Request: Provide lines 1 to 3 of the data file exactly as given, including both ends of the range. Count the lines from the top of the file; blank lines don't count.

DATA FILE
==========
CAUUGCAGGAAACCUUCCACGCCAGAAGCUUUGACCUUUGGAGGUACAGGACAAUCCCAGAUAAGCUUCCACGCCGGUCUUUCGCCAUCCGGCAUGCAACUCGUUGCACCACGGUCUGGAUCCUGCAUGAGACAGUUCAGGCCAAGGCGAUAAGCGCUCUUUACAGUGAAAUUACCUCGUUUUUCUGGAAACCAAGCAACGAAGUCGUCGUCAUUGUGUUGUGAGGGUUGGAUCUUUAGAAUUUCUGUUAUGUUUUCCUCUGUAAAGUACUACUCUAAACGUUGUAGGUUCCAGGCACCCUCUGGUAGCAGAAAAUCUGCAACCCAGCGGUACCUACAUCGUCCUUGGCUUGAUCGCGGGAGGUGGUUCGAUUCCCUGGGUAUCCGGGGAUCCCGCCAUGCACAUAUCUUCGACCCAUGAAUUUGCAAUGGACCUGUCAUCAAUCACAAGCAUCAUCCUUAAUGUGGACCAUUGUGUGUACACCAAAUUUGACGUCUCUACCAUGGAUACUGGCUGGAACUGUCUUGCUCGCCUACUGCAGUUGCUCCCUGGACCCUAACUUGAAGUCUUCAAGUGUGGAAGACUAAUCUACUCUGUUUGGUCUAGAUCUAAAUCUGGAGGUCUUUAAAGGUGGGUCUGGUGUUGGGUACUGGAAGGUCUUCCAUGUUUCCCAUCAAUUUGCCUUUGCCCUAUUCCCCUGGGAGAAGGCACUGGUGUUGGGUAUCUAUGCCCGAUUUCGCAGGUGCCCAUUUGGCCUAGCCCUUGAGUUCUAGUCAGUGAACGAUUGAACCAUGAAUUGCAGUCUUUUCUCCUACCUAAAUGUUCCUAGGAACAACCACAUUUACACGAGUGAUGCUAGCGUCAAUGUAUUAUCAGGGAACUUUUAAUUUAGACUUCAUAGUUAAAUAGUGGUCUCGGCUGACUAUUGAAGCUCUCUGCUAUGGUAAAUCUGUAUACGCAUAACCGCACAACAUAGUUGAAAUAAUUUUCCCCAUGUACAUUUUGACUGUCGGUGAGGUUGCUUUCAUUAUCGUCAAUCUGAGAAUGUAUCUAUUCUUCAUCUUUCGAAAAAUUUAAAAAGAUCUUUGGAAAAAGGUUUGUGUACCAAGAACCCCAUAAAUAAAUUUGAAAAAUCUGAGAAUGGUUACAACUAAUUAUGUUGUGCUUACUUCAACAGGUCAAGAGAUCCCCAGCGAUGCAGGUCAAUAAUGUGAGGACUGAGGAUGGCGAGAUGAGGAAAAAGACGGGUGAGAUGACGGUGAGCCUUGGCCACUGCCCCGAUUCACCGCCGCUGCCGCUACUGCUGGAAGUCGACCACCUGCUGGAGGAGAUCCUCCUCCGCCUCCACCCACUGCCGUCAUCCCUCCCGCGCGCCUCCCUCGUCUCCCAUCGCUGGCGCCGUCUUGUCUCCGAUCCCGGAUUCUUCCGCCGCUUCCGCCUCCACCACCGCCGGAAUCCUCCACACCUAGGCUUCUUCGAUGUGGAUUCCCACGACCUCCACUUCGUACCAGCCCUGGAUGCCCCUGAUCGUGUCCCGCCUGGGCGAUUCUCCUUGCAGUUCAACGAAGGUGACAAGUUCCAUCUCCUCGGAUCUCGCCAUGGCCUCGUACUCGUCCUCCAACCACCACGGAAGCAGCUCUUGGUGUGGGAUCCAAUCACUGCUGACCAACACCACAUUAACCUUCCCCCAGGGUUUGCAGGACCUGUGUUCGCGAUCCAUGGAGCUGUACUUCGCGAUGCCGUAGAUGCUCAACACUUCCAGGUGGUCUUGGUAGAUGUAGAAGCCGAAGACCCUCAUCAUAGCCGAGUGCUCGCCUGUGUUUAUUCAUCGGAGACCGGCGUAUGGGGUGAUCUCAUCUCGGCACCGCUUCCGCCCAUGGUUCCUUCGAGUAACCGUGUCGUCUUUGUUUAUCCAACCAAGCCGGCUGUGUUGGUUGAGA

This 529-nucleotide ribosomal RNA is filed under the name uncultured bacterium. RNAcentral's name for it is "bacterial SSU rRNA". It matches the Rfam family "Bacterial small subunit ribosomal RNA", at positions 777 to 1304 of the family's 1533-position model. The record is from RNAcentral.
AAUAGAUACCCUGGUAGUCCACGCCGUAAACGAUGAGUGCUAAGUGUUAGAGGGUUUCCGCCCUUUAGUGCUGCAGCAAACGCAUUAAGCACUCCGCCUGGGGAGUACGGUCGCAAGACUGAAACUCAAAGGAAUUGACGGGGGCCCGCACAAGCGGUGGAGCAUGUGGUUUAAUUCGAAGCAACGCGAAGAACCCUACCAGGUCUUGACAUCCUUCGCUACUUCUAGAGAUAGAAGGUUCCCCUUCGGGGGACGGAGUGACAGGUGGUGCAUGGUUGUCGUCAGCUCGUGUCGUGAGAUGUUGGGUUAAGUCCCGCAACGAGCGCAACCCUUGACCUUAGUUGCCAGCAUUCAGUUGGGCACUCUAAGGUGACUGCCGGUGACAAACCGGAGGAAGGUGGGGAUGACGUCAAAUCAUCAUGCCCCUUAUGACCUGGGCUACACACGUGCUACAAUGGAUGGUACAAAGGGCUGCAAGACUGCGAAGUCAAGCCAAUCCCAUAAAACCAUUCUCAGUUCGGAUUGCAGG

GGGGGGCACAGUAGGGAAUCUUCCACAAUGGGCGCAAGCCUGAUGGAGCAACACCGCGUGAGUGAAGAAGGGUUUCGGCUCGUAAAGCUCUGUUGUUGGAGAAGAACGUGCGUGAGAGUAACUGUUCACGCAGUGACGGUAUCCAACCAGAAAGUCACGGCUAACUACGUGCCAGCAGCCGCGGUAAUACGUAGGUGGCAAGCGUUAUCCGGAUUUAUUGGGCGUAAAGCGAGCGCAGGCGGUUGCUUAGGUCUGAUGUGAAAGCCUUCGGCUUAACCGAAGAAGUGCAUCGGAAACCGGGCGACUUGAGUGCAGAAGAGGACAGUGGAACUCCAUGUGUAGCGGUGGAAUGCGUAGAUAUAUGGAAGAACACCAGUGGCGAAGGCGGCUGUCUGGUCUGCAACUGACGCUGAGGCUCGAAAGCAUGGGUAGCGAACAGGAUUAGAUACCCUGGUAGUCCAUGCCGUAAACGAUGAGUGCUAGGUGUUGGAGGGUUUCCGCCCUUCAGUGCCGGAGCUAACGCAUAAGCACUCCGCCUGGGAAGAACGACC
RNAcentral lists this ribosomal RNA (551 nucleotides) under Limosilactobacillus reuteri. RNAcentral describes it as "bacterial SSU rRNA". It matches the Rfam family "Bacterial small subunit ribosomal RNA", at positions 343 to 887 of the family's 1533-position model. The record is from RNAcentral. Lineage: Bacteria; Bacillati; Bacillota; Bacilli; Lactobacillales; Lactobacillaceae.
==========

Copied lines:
CAUUGCAGGAAACCUUCCACGCCAGAAGCUUUGACCUUUGGAGGUACAGGACAAUCCCAGAUAAGCUUCCACGCCGGUCUUUCGCCAUCCGGCAUGCAACUCGUUGCACCACGGUCUGGAUCCUGCAUGAGACAGUUCAGGCCAAGGCGAUAAGCGCUCUUUACAGUGAAAUUACCUCGUUUUUCUGGAAACCAAGCAACGAAGUCGUCGUCAUUGUGUUGUGAGGGUUGGAUCUUUAGAAUUUCUGUUAUGUUUUCCUCUGUAAAGUACUACUCUAAACGUUGUAGGUUCCAGGCACCCUCUGGUAGCAGAAAAUCUGCAACCCAGCGGUACCUACAUCGUCCUUGGCUUGAUCGCGGGAGGUGGUUCGAUUCCCUGGGUAUCCGGGGAUCCCGCCAUGCACAUAUCUUCGACCCAUGAAUUUGCAAUGGACCUGUCAUCAAUCACAAGCAUCAUCCUUAAUGUGGACCAUUGUGUGUACACCAAAUUUGACGUCUCUACCAUGGAUACUGGCUGGAACUGUCUUGCUCGCCUACUGCAGUUGCUCCCUGGACCCUAACUUGAAGUCUUCAAGUGUGGAAGACUAAUCUACUCUGUUUGGUCUAGAUCUAAAUCUGGAGGUCUUUAAAGGUGGGUCUGGUGUUGGGUACUGGAAGGUCUUCCAUGUUUCCCAUCAAUUUGCCUUUGCCCUAUUCCCCUGGGAGAAGGCACUGGUGUUGGGUAUCUAUGCCCGAUUUCGCAGGUGCCCAUUUGGCCUAGCCCUUGAGUUCUAGUCAGUGAACGAUUGAACCAUGAAUUGCAGUCUUUUCUCCUACCUAAAUGUUCCUAGGAACAACCACAUUUACACGAGUGAUGCUAGCGUCAAUGUAUUAUCAGGGAACUUUUAAUUUAGACUUCAUAGUUAAAUAGUGGUCUCGGCUGACUAUUGAAGCUCUCUGCUAUGGUAAAUCUGUAUACGCAUAACCGCACAACAUAGUUGAAAUAAUUUUCCCCAUGUACAUUUUGACUGUCGGUGAGGUUGCUUUCAUUAUCGUCAAUCUGAGAAUGUAUCUAUUCUUCAUCUUUCGAAAAAUUUAAAAAGAUCUUUGGAAAAAGGUUUGUGUACCAAGAACCCCAUAAAUAAAUUUGAAAAAUCUGAGAAUGGUUACAACUAAUUAUGUUGUGCUUACUUCAACAGGUCAAGAGAUCCCCAGCGAUGCAGGUCAAUAAUGUGAGGACUGAGGAUGGCGAGAUGAGGAAAAAGACGGGUGAGAUGACGGUGAGCCUUGGCCACUGCCCCGAUUCACCGCCGCUGCCGCUACUGCUGGAAGUCGACCACCUGCUGGAGGAGAUCCUCCUCCGCCUCCACCCACUGCCGUCAUCCCUCCCGCGCGCCUCCCUCGUCUCCCAUCGCUGGCGCCGUCUUGUCUCCGAUCCCGGAUUCUUCCGCCGCUUCCGCCUCCACCACCGCCGGAAUCCUCCACACCUAGGCUUCUUCGAUGUGGAUUCCCACGACCUCCACUUCGUACCAGCCCUGGAUGCCCCUGAUCGUGUCCCGCCUGGGCGAUUCUCCUUGCAGUUCAACGAAGGUGACAAGUUCCAUCUCCUCGGAUCUCGCCAUGGCCUCGUACUCGUCCUCCAACCACCACGGAAGCAGCUCUUGGUGUGGGAUCCAAUCACUGCUGACCAACACCACAUUAACCUUCCCCCAGGGUUUGCAGGACCUGUGUUCGCGAUCCAUGGAGCUGUACUUCGCGAUGCCGUAGAUGCUCAACACUUCCAGGUGGUCUUGGUAGAUGUAGAAGCCGAAGACCCUCAUCAUAGCCGAGUGCUCGCCUGUGUUUAUUCAUCGGAGACCGGCGUAUGGGGUGAUCUCAUCUCGGCACCGCUUCCGCCCAUGGUUCCUUCGAGUAACCGUGUCGUCUUUGUUUAUCCAACCAAGCCGGCUGUGUUGGUUGAGA

This 529-nucleotide ribosomal RNA is filed under the name uncultured bacterium. RNAcentral's name for it is "bacterial SSU rRNA". It matches the Rfam family "Bacterial small subunit ribosomal RNA", at positions 777 to 1304 of the family's 1533-position model. The record is from RNAcentral.
AAUAGAUACCCUGGUAGUCCACGCCGUAAACGAUGAGUGCUAAGUGUUAGAGGGUUUCCGCCCUUUAGUGCUGCAGCAAACGCAUUAAGCACUCCGCCUGGGGAGUACGGUCGCAAGACUGAAACUCAAAGGAAUUGACGGGGGCCCGCACAAGCGGUGGAGCAUGUGGUUUAAUUCGAAGCAACGCGAAGAACCCUACCAGGUCUUGACAUCCUUCGCUACUUCUAGAGAUAGAAGGUUCCCCUUCGGGGGACGGAGUGACAGGUGGUGCAUGGUUGUCGUCAGCUCGUGUCGUGAGAUGUUGGGUUAAGUCCCGCAACGAGCGCAACCCUUGACCUUAGUUGCCAGCAUUCAGUUGGGCACUCUAAGGUGACUGCCGGUGACAAACCGGAGGAAGGUGGGGAUGACGUCAAAUCAUCAUGCCCCUUAUGACCUGGGCUACACACGUGCUACAAUGGAUGGUACAAAGGGCUGCAAGACUGCGAAGUCAAGCCAAUCCCAUAAAACCAUUCUCAGUUCGGAUUGCAGG